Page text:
The global public health and economic devastation caused by the coronavirus (COVID-19) outbreak dramatically reinforces the urgent imperative to minimize the chances of another zoonotic pandemic. Reducing the likelihood of another viral spillover sweeping the world requires a fundamental change in how we interact with nature. It requires minimizing human interface with wild animals and wild spaces; eliminating transmission points where the likelihood of viral spillover to humans is high, such as unhygienic commercial markets in wild animal meat and live animals; better monitoring of the legal trade in wildlife; diligently suppressing illegal and unsustainable trade in wildlife; and conserving natural habitats. Conserving natural habitats in turn requires profound changes in human food production and human encroachment on remaining natural habitats. Decisionmaking about pandemic prevention and nature conservation must be elevated to the highest levels of governments on a permanent basis. Such changes will not be easy or cheap, but they are necessary.
Reducing the likelihood of another viral spillover sweeping the world requires a fundamental change in how we interact with nature.
However, the necessary measures to prevent another pandemic should not entail banning all trade in wildlife. Such a policy would be deeply counterproductive since it would eliminate economic incentives for preserving critical natural ecosystems. Nor should the measures involve eliminating livelihoods of the hundreds of millions of people dependent on hunting for basic food security and subsistence.
In order to preserve habitats and wildlife and keep them wild and away from humans to minimize zoogenic viral spillover, global demand for some wildlife products, not just wild meat, but also aspects of Traditional Chinese Medicine (TCM), also needs to be reduced.
Adopting such smart, tailored, and essential pandemic prevention measures is crucial for policy effectiveness. Critically, they need to be anchored in fundamental global efforts to save natural habitats and biodiversity.
Policies based principally on defensive reactive responses, such as strengthening health care systems or reshaping global production and logistical chains, are inadequate and will be overwhelmed. Yet those have been the bulk of policies around the world so far. With few exceptions, many of the disastrous policies that accelerate the arrival of another zoonotic epidemic or pandemic have accelerated during the COVID-19 period. What is needed is deep prevention based on a fundamental restructuring of how we treat nature, even after COVID-19 vaccines become widely available.
As of January 20, COVID-19 has claimed over two million lives globally and infected almost 96 million people. Twenty years of poverty reduction efforts have been wiped out, with as many as 150 million people pushed into extreme poverty. Since many have been forced to liquidate their human development assets, they and their children may not be able to economically recover for years or decades. Many have been pushed into participation in illegal economies and thrust into the hands of criminal actors and militants. The cumulative devastation surpasses the scale of destruction many a regional war could inflict.
Even prior to the COVID-19 outbreak, zoonotic diseases (including HIV/AIDS, Ebola, SARS, flu, yellow fever, and others) caused millions of human deaths and a billion cases of human illness per year.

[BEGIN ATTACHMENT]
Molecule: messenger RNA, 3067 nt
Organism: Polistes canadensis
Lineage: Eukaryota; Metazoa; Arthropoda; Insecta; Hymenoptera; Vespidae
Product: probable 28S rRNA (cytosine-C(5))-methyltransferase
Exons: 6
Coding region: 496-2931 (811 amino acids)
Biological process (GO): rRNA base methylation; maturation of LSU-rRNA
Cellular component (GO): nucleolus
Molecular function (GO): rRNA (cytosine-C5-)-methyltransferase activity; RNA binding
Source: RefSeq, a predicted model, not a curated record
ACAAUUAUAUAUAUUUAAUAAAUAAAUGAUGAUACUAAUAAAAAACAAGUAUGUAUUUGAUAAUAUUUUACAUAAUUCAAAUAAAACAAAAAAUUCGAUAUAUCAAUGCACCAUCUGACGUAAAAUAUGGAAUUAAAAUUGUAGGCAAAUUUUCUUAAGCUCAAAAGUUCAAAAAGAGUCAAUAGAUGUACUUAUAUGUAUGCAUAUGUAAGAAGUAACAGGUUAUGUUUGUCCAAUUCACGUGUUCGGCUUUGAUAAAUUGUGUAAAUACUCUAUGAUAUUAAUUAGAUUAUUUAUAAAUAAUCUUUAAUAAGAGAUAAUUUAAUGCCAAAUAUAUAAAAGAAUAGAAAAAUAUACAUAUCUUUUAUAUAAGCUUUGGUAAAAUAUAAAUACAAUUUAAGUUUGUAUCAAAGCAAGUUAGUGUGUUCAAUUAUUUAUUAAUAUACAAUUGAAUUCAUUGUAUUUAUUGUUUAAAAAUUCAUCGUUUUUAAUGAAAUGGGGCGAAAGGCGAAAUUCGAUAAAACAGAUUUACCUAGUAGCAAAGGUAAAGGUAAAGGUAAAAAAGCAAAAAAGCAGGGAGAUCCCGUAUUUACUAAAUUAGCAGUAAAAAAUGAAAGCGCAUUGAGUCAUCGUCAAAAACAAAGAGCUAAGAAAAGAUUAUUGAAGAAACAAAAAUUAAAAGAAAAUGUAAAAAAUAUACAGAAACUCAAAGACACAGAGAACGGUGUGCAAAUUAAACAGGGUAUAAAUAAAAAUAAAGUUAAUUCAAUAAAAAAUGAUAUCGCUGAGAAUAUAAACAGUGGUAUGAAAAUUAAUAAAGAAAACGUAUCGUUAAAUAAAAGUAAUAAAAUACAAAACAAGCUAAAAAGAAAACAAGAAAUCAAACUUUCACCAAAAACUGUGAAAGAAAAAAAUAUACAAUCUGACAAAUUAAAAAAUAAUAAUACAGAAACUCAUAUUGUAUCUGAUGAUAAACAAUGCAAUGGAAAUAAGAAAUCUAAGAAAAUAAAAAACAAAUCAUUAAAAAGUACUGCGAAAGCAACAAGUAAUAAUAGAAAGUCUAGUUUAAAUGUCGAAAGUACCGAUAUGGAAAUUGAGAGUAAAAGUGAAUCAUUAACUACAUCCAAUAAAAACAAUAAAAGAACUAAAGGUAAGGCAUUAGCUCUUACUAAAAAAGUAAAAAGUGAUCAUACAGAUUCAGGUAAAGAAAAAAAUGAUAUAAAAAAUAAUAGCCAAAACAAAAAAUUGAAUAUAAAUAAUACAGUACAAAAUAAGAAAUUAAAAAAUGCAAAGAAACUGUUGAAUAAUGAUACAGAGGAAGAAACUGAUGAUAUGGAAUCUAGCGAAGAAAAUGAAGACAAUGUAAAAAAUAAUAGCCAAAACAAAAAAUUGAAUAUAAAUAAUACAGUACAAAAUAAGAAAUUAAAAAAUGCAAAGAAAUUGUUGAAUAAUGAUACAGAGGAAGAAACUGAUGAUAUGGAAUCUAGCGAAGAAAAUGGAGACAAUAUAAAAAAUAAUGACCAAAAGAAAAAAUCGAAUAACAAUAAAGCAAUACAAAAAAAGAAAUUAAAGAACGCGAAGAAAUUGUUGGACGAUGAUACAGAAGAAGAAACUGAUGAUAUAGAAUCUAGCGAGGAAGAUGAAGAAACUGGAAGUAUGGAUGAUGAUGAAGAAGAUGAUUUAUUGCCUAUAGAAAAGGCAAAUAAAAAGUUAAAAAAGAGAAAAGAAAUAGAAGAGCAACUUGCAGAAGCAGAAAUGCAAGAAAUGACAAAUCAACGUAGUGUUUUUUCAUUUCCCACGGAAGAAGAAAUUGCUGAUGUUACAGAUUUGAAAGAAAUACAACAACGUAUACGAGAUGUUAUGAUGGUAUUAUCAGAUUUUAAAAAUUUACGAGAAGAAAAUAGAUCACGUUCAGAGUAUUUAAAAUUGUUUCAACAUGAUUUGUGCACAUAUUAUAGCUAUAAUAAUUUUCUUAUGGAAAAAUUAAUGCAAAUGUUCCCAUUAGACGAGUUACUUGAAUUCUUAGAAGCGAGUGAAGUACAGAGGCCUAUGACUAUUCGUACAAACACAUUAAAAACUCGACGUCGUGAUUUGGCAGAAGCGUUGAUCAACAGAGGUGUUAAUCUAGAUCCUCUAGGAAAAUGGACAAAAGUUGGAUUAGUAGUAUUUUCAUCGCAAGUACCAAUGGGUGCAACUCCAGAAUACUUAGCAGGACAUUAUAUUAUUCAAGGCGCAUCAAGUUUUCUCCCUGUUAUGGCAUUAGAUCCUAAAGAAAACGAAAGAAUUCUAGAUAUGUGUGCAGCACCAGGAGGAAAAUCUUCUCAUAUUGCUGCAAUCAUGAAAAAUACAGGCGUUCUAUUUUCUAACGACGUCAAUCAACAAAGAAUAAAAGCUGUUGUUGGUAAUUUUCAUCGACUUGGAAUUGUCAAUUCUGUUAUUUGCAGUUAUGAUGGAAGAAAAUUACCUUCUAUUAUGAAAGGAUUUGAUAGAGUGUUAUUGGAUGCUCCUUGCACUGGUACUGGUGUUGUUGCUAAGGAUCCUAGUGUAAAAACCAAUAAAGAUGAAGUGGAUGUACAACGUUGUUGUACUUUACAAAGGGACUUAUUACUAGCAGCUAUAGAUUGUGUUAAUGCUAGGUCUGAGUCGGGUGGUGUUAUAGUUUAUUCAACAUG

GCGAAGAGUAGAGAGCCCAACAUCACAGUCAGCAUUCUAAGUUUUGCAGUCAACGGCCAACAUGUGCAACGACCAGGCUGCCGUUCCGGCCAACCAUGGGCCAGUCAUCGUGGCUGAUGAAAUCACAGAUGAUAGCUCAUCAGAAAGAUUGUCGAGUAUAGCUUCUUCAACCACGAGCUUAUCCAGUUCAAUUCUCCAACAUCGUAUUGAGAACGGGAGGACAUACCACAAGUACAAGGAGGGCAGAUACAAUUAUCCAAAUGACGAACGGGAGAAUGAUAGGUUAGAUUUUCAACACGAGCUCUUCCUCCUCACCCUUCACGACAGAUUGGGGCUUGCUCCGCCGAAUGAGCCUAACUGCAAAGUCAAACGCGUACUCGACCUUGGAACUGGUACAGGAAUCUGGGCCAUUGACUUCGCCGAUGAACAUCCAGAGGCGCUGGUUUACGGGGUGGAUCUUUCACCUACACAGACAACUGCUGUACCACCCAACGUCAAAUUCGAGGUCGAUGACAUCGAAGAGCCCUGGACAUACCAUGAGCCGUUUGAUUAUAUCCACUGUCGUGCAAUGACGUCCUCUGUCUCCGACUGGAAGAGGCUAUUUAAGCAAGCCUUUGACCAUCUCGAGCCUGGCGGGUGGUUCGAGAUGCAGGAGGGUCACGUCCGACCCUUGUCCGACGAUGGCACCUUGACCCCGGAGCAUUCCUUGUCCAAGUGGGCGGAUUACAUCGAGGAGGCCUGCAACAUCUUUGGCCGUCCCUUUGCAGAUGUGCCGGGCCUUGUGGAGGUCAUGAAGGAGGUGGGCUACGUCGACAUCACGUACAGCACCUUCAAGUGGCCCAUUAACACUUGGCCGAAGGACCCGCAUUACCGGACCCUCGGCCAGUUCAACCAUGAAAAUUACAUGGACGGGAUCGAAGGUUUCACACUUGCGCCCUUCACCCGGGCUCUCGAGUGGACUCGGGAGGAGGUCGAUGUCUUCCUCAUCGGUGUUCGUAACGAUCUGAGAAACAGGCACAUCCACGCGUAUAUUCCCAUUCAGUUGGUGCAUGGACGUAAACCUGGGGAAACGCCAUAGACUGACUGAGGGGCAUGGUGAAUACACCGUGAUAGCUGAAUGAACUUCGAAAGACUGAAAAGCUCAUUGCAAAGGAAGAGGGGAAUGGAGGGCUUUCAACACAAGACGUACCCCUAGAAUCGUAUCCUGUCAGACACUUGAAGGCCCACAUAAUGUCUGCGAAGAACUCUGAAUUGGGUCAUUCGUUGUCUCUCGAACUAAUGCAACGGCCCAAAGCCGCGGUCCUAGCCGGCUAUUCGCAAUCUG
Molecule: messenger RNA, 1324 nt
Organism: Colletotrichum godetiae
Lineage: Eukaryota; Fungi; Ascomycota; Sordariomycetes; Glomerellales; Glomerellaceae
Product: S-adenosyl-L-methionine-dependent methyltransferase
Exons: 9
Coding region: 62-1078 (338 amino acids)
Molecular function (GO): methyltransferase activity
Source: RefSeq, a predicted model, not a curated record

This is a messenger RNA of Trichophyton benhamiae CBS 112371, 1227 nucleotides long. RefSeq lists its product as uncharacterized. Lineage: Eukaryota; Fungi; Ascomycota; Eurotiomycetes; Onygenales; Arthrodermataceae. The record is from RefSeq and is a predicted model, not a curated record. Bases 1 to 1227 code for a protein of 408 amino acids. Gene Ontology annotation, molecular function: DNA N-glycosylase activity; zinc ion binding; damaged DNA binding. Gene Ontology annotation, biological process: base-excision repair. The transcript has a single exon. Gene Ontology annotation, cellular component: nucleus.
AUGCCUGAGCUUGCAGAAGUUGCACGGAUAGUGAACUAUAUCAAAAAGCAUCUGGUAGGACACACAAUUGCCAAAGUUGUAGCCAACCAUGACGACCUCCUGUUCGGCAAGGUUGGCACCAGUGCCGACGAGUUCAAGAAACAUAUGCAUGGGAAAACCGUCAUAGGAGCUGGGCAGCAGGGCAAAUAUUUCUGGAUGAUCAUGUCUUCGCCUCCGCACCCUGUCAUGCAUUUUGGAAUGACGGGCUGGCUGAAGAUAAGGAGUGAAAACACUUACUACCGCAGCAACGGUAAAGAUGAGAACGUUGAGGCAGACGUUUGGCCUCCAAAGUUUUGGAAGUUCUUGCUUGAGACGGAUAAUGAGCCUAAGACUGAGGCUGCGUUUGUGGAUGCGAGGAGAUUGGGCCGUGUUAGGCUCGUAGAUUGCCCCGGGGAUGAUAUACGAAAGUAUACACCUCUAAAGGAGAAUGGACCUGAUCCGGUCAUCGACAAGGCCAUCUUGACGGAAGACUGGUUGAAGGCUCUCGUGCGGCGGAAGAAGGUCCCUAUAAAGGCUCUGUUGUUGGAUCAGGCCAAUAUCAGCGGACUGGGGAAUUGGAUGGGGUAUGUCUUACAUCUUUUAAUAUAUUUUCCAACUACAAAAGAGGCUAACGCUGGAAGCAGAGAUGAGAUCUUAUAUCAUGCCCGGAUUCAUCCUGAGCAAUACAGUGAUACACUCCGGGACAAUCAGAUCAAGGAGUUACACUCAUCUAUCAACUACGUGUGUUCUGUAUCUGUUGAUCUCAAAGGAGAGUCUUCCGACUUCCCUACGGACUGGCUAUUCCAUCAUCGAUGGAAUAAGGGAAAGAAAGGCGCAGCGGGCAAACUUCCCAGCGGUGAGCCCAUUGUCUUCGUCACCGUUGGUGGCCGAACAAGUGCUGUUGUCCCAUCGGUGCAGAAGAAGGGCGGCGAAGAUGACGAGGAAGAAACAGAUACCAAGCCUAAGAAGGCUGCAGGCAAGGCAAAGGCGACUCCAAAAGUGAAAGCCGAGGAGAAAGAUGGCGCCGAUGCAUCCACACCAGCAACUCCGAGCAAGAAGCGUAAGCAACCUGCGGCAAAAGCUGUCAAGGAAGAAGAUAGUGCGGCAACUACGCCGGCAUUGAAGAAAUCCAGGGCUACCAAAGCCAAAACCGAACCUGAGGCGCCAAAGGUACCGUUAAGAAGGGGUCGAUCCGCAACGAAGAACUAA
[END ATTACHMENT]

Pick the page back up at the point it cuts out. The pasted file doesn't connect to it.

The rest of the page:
The emergence of other zoonotic diseases and devastating global pandemics is inevitable unless we fundamentally revise our relationship with nature. 75% of emerging diseases are zoonotic, the majority originating in wildlife.
The COVID-19 pandemic exploded in a so-called wet market in Wuhan, China, and entailed the meat of wild animals used for human consumption. Across East and Southeast Asia, open air markets of wild animals often illegally caught are kept in appalling and dangerously unhygienic conditions. Such markets selling wild animal meat and live animals without proper hygienic and veterinary measures pose very high risks of disease emergence and spread. They are present in other parts of the world, including Latin America’s Amazonia region and West and Central Africa. Some sell wild meat for basic subsistence, others are highly commercialized and sell wild animal meat as a luxury. The load of zoonotic viruses intensifies along the trade route from forest or farm to the unhygienic markets. Unlike in East Asia, the consumption of wild animal meat is uncommon in the United States. Nonetheless, bushmeat, sought out by diaspora communities, is smuggled to the U.S.
Zoonotic epidemics also emerge due to improper husbandry of domestic or wild animals and other veterinary failures. Such regulatory deficiencies are pervasive around the world and persist also in the United States. The H1N1 swine flu that killed 10,000 Americans emerged in North America as a result of packing thousands of domestic livestock together in a cramped space for food production.
Without adequate veterinary practices and pathogen monitoring, the trade in live animals — whether legal or illegal — is yet another spreader of infectious diseases. Between 2012 and 2016, over 11 million live animals representing 1,316 species were exported from 189 countries. China is the largest exporter. The United States is the largest importer of live mammals and amphibians for exotic pets. Yet even with all of the United States’ capacities and border security focus, only a very small fraction of animals legally crossing U.S. borders are inspected for diseases. This lack of health inspection poses grave risks to human health, native biodiversity, and local economies. For example, legally imported frogs carried the devastating chytrid fungus, putting all North American amphibians at risk. Monkeypox which infected people was introduced to the U.S. through such uninspected legal trade. Such dangerous absence of pathogen monitoring of the legal trade in wild animals and their meat, and of seized trafficked animals, is pervasive globally.